Fitch has affirmed Ukraine’s long-term foreign-currency issuer default rating or IDR at “B-“ with a stable outlook, the ratings agency said on March 8.
Fitch said that among the positive factors propping up Ukraine’s rating were the country’s cooperation with the International Monetary Fund, its improved economic policy, the onset of macroeconomic stability, declining government debt, and international support.
However, the positive factors are counterbalanced by a lack of sufficient international reserves (3.1 months of current external payments compared to the ‘B’ median of 3.4 months), high needs for external financing, large volumes of external debt repayments, and a weak banking sector, the agency said.
The country’s institutional constraints and political risks also put a negative pressure on the rating.
Alexander Paraschiy, a researcher at Concorde Capital investment bank, commenting on the latest ranking of Ukraine by Fitch said that “there is a high probability of a rating or outlook improvement, provided Ukraine remains committed to the current IMF loan program and is able to agree a new program in 2020.”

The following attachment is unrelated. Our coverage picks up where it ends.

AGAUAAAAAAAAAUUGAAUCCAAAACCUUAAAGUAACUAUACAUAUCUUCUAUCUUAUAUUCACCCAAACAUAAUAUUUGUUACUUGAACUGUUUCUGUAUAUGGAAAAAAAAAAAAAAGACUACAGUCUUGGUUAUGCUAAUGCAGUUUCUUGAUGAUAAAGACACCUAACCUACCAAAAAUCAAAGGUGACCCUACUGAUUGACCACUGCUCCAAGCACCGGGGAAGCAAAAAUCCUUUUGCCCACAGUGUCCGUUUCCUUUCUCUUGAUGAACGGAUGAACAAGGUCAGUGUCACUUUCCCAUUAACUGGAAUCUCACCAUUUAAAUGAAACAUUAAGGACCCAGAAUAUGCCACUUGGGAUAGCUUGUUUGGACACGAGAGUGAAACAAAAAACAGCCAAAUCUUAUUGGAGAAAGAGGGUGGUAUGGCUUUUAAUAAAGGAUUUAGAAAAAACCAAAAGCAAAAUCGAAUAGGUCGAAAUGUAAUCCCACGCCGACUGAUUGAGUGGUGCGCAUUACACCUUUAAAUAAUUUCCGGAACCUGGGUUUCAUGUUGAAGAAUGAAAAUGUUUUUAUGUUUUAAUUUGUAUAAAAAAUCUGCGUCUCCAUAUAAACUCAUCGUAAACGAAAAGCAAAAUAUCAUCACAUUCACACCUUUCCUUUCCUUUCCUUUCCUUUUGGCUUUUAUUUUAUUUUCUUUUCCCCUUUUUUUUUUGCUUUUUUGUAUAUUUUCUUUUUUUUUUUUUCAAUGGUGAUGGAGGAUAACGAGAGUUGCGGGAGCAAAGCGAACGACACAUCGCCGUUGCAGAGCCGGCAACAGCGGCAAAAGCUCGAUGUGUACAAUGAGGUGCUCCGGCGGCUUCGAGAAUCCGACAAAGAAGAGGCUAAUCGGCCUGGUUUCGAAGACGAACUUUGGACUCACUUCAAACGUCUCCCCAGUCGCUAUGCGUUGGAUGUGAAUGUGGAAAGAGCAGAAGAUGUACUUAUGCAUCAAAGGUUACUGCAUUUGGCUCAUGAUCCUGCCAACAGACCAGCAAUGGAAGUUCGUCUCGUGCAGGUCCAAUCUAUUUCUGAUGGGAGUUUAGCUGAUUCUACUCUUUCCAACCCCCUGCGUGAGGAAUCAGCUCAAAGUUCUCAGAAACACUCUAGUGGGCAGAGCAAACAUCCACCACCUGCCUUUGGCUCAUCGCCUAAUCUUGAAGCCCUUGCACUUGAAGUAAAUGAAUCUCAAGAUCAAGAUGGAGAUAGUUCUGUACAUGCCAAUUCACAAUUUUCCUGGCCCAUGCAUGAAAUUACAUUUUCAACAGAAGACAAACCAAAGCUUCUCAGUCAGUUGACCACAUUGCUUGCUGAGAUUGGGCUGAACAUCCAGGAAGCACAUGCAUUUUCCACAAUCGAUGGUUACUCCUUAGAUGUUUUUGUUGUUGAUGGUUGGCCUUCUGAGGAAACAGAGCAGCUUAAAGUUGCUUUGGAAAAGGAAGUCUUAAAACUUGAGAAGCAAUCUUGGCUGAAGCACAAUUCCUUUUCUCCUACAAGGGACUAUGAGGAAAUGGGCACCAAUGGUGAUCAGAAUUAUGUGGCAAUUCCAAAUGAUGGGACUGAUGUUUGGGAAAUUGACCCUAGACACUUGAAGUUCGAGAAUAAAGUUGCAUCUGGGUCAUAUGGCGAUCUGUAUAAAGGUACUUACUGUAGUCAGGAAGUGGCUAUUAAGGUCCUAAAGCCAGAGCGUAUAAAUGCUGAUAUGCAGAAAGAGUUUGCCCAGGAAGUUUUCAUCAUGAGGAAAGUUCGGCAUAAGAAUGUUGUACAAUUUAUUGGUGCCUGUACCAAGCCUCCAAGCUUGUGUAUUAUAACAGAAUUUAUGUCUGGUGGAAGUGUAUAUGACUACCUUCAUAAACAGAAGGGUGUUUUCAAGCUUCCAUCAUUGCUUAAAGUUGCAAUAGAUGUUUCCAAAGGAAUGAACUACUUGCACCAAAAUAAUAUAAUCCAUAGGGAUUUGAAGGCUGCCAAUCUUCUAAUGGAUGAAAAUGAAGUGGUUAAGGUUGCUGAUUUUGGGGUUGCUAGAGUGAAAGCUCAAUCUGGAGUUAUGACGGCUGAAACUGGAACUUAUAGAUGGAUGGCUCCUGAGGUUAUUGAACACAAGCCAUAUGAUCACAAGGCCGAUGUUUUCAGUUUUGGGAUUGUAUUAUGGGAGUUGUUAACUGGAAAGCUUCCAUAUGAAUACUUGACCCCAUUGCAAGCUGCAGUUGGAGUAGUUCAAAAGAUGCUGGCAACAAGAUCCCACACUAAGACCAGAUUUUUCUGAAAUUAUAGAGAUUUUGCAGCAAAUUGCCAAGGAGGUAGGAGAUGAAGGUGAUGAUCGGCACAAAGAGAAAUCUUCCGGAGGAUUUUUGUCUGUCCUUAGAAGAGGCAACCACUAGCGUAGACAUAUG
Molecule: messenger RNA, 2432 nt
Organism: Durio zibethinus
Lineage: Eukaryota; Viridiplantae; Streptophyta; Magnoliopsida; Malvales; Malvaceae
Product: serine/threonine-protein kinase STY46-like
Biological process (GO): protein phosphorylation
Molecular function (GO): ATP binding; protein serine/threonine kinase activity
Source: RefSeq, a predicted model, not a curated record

Fitch rates Belarus at ‘B’ with a stable outlook – one level higher than Ukraine. Fitch on Feb. 22 upgraded Georgia’s IDR to ‘BB’ from ‘BB-’ with a stable outlook, which is higher than Belarus. Russia is assigned ‘BBB-’ with a positive outlook, a higher rating than that of Georgia.
In the comparison pool of Fitch-rated countries in the region, Poland is top, boasting an ‘A-’ rating with a positive outlook.